Chloé, last year you released your debut EP. With you sharing that you used to think people in Ecuador wouldn’t like your music because it’s in English, can you talk about why you opt to sing in English?
Chloé: English is the first language I learned to speak fluently. I grew up listening to and speaking in English, and my music references were always from people who spoke English. It’s what makes me feel the most comfortable because it’s what I’m used to. Since I was younger, I’ve always written in English, so I felt like that’s what made the most sense.
Yulia, I know you said you feel more Ecuadorian than Korean sometimes, but I noticed that you don’t incorporate the Korean language into your songs. Is there a specific reason for that?
Yulia: I’m actually preparing some songs for my EP right now, and I’ve been thinking about mixing Korean, Spanish, and English. To be honest, I still don’t know how I’ll incorporate my mother tongue in my lyrics, but I think it’ll be rap. [I’m also] listening to a lot of songs from Blackpink and Red Velvet. I’m very open-minded and like to experiment with different genres. Although it may not seem that way because of my own music, I love BTS. I love old-school K-pop too, like SHINee. So I want to incorporate a little bit of what I listen to [in my EP].
You’ve both been immigrants at a point in your lives. And with diasporic communities, there’s often a sense of not feeling like you belong in either culture. How do you both navigate this intersection of living between two or more cultures?
Yulia: It’s a bit complicated to respond because there are lots of cultural clashes. I’ve been living in Ecuador for most of my life. I know the customs, what’s right and wrong. But two years ago I went back to Korea to visit family and, for example, I’m used to giving a hug and a kiss on the cheek to say hello. And when I did that in Korea unconsciously, [it wasn’t well received]. It was weird to feel that again. I think there’s always going to be a cultural clash no matter where I am, here or there. But living those experiences, I can say I can adapt well to both cultures.
I think there’s always going to be a cultural clash no matter where I am, here or there.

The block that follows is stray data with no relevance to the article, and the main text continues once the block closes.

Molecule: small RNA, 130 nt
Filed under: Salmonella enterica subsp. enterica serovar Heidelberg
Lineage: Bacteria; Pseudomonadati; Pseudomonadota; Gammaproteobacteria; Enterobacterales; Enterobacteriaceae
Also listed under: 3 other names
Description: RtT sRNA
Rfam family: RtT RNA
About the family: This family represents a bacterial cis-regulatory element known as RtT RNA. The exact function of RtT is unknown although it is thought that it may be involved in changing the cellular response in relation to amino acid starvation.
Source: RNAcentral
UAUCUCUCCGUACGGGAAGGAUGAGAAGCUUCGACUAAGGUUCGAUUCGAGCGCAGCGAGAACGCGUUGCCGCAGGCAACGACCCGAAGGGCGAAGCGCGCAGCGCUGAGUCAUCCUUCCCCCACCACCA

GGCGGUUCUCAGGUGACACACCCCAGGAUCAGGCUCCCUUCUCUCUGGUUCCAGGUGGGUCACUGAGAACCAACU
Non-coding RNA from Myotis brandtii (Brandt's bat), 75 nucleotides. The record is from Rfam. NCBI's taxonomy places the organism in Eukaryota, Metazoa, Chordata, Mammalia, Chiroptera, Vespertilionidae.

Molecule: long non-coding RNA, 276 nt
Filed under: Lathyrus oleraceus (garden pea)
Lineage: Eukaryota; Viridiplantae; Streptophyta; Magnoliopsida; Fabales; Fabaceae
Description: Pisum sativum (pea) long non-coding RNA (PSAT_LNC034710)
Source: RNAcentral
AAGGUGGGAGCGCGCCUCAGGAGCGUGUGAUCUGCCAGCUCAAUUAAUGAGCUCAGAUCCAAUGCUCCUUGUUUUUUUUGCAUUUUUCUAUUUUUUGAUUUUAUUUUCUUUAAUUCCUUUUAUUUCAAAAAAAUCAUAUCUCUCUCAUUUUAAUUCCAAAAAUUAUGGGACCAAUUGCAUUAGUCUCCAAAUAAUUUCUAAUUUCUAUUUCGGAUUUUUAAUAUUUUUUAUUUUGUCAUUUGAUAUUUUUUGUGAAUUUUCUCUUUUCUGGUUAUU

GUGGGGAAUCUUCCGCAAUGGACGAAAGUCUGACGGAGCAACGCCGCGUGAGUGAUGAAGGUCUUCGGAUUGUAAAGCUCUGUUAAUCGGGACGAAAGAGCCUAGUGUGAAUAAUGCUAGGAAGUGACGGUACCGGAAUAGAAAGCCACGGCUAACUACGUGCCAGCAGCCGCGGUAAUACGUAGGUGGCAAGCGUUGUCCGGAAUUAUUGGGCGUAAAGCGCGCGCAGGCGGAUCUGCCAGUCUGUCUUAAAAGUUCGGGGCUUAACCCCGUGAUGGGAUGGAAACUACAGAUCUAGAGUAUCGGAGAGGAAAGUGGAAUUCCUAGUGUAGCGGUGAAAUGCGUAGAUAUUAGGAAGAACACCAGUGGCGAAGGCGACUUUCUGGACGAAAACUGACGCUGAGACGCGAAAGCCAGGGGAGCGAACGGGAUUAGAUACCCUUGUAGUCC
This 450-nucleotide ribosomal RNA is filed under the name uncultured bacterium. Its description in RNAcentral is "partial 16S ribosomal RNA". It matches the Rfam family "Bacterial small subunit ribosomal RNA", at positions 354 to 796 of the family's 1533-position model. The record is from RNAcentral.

Chloé: I’ve always been confused when it comes to where I belong, given that even in the U.S., I moved a lot. I had to learn and unlearn many things often, which helped me detach myself from that kind of obsession with “who I am.” I realized my experiences make me who I am, and I don’t need someone to tell me that. I’m constantly changing and trying to be better because life drops bombs on you that you aren’t expecting. I can identify with all of my experiences and live somewhere in between in peace.
How have people received “No Rules?”
Chloé: A lot of people wrote to me to say, “It’s incredible that you’re doing this.” And there’s also this thing about not believing we’re from Ecuador. I hope one day that stops happening. “You’re from Ecuador? There’s talent in Ecuador?” Yeah, bro, there’s talent in Ecuador. Also, before I started making music, I felt a bit lost because I felt like I was the only one doing R&B with some Soul and Neo-Soul [in Ecuador]. And then Yulia was like, “I also do that.” And I was listening to Yulia’s music, and I said, “Why am I discovering her existence until now?” She had to write to me, and I said, “Wow, I can’t believe this is happening in Ecuador.” But yes, there’s a lot of talented people here that sometimes don’t get the recognition we really deserve.
“No Rules” talks about women supporting other women, working together as a team without competition, criticism, or prejudices. What does that message mean to you both personally?
Chloé: Society has always wanted to impose on us this feeling of being jealous and in constant comparison of each other. And though it happens with some male musicians, it’s more expected that women have a rivalry among us. That’s finally ending a bit. For me, it’s always been pretty incredible and encouraging to know that there are women in the music scene that are supportive. When I started my career, the people who gave me chances to sing with them, who already had careers themselves, were all women. They told me, “I know you haven’t released anything yet, but I love what you do, and I want you to sing at my concerts. I want you to work with me.” For me, that’s what it means — simply appreciating that women exist.
It’s more expected that women have a rivalry among us.
What can you share about your upcoming projects?
Yulia: Out of the 6-7 songs I’ve been working on for my next album, one of them is completely finished. It’s an imaginary mafia story, like a novella but in a song. And the other theme I also want to explore on this album is immigration because it’s something I’ve been through. Another theme is self-realization, not giving up. And then love. I don’t have a set date for the release, but maybe by the end of this year or at the beginning of the next.
Chloé: I have a concert at the Sánchez Aguilar de Guayaquil theatre on August 7. I’ll be performing after almost two years without playing, and I’m super excited. I’m also working on more music, and maybe there’ll be a music video soon.